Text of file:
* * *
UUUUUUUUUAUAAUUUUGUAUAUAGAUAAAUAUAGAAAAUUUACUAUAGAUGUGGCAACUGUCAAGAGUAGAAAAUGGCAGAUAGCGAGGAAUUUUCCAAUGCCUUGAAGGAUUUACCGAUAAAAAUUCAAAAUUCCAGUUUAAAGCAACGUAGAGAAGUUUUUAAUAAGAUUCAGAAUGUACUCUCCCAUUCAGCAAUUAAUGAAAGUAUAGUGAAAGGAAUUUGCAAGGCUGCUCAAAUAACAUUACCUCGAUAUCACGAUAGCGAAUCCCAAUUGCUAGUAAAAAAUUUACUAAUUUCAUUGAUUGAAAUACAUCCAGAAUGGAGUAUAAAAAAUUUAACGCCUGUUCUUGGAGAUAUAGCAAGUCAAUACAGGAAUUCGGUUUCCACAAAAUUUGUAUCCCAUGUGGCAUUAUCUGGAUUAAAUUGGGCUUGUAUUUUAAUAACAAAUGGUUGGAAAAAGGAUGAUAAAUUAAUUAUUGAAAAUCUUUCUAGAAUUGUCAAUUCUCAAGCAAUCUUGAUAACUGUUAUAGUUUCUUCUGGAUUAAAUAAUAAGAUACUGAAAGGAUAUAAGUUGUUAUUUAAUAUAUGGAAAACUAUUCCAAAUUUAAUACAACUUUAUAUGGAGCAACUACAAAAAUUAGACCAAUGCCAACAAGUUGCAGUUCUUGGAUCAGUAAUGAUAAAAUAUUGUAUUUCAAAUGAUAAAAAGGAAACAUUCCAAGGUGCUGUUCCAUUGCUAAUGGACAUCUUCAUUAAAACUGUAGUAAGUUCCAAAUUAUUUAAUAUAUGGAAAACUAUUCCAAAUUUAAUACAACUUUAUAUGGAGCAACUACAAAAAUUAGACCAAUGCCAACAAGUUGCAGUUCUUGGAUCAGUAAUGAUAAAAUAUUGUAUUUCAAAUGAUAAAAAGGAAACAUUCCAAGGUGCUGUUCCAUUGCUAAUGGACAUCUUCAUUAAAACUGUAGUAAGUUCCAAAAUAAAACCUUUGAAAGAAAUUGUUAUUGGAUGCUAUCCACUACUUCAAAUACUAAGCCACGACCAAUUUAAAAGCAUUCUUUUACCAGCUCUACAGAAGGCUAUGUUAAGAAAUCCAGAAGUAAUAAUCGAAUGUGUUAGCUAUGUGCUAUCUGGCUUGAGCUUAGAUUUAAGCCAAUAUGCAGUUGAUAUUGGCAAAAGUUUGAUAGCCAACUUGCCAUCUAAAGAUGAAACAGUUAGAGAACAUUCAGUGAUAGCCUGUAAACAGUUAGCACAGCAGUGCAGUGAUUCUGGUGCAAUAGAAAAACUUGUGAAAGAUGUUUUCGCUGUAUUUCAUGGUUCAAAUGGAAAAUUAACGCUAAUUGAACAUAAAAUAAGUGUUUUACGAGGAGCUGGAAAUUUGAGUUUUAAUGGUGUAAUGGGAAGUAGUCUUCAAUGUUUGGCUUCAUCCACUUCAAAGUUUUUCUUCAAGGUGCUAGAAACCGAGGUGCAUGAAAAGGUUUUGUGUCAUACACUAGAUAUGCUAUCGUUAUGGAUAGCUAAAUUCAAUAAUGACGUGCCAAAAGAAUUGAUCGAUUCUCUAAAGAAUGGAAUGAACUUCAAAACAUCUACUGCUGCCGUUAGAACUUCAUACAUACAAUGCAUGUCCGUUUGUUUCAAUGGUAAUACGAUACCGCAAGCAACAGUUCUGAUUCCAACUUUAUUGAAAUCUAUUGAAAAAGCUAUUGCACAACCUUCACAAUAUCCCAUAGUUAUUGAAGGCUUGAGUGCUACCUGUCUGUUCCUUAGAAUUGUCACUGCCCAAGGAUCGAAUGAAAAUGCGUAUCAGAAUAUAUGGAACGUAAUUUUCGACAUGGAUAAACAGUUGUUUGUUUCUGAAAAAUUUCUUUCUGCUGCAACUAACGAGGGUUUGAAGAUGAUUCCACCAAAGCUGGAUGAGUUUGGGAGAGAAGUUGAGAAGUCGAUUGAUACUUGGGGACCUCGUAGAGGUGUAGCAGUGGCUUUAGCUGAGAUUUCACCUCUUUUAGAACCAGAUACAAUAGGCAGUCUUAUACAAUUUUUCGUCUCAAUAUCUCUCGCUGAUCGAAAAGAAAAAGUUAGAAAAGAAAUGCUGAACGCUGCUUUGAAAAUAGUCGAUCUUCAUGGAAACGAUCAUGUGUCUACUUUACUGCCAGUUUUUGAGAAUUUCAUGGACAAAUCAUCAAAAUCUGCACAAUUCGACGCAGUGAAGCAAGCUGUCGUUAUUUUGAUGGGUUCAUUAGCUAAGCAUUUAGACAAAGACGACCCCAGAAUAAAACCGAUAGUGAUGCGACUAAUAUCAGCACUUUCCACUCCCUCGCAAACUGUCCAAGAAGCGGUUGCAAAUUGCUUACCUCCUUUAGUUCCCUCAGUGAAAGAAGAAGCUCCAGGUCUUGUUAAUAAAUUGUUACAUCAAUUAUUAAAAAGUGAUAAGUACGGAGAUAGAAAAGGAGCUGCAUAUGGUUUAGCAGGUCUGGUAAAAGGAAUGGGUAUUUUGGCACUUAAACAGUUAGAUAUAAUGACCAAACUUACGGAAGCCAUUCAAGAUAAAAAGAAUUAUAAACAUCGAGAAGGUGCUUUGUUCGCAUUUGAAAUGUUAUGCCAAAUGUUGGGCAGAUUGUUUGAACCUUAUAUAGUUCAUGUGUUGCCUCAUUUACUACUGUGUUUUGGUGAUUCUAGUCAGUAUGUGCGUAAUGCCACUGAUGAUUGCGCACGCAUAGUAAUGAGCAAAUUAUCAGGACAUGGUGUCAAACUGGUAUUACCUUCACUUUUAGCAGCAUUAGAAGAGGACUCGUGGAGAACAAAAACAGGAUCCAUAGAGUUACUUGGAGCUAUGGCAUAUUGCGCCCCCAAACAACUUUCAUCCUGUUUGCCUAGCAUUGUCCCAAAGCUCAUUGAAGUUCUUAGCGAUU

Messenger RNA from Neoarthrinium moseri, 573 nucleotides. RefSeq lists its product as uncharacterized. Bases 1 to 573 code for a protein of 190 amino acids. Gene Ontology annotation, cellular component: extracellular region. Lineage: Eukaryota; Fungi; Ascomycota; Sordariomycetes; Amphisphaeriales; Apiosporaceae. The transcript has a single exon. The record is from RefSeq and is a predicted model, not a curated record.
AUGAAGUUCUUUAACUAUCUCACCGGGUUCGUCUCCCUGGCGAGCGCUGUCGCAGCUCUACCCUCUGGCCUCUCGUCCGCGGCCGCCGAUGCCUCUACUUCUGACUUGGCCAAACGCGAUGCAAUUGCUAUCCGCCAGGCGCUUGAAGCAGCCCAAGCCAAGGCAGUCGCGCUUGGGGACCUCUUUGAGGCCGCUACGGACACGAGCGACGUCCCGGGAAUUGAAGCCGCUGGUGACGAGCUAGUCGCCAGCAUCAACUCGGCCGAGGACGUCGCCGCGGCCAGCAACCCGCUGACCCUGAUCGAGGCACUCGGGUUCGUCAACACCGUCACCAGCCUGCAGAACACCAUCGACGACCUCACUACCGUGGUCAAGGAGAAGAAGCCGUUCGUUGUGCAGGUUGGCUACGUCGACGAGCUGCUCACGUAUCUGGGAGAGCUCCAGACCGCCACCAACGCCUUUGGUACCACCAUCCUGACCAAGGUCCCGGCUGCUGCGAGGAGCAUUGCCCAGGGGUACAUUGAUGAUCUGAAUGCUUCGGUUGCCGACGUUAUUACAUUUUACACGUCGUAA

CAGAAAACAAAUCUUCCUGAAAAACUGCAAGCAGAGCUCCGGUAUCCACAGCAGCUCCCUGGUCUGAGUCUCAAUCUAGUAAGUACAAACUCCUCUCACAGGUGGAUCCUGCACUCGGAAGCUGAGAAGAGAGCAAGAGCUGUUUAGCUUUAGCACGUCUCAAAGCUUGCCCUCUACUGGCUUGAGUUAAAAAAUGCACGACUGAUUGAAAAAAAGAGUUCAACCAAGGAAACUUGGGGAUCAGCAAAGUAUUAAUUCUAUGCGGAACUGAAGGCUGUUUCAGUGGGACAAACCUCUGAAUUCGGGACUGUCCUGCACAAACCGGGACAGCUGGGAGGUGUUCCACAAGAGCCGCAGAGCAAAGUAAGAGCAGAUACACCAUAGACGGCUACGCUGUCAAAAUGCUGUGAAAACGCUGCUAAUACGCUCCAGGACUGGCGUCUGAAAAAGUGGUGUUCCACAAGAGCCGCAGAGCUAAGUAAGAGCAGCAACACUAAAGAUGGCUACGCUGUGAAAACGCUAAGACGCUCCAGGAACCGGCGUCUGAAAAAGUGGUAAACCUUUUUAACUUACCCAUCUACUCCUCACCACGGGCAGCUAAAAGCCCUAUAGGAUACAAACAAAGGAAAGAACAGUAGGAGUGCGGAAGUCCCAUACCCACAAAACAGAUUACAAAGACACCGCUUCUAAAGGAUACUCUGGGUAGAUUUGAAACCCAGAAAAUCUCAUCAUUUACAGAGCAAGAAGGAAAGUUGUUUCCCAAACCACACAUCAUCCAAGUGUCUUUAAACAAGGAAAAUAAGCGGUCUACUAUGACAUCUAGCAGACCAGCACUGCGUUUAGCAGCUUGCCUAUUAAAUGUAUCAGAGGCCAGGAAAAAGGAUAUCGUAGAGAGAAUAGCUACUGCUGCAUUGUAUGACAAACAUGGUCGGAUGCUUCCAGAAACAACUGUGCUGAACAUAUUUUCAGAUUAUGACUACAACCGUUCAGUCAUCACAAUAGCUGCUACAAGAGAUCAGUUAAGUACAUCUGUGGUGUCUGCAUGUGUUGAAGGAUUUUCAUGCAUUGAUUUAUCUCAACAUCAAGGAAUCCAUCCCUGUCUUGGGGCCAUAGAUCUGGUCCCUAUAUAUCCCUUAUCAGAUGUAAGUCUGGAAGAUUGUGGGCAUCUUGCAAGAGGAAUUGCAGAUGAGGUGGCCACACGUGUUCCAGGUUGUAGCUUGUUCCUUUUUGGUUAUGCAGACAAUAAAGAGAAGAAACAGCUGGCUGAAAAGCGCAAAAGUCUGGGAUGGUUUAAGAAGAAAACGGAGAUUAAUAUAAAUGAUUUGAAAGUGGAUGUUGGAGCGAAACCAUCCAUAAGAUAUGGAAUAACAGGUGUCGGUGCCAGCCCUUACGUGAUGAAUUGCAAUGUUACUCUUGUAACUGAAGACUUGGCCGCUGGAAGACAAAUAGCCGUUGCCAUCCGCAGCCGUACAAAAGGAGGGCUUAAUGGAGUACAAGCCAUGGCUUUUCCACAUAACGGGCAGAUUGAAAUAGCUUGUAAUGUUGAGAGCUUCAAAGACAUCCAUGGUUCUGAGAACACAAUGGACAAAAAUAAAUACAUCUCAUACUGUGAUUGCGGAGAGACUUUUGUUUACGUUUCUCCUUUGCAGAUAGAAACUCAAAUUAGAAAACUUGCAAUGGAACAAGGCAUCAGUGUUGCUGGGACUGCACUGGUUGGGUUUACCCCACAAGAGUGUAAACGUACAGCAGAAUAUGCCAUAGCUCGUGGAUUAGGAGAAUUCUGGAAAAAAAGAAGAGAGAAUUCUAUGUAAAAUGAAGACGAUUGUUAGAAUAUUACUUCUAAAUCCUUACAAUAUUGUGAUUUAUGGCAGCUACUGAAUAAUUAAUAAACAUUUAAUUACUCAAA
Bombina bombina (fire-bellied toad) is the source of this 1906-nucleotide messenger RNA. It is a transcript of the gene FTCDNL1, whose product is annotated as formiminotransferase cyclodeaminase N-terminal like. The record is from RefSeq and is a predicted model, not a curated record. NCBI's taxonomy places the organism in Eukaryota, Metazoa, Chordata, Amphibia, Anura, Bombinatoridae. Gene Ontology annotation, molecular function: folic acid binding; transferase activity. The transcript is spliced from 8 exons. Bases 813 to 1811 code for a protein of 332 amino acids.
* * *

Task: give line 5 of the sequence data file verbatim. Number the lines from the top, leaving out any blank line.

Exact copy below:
Bombina bombina (fire-bellied toad) is the source of this 1906-nucleotide messenger RNA. It is a transcript of the gene FTCDNL1, whose product is annotated as formiminotransferase cyclodeaminase N-terminal like. The record is from RefSeq and is a predicted model, not a curated record. NCBI's taxonomy places the organism in Eukaryota, Metazoa, Chordata, Amphibia, Anura, Bombinatoridae. Gene Ontology annotation, molecular function: folic acid binding; transferase activity. The transcript is spliced from 8 exons. Bases 813 to 1811 code for a protein of 332 amino acids.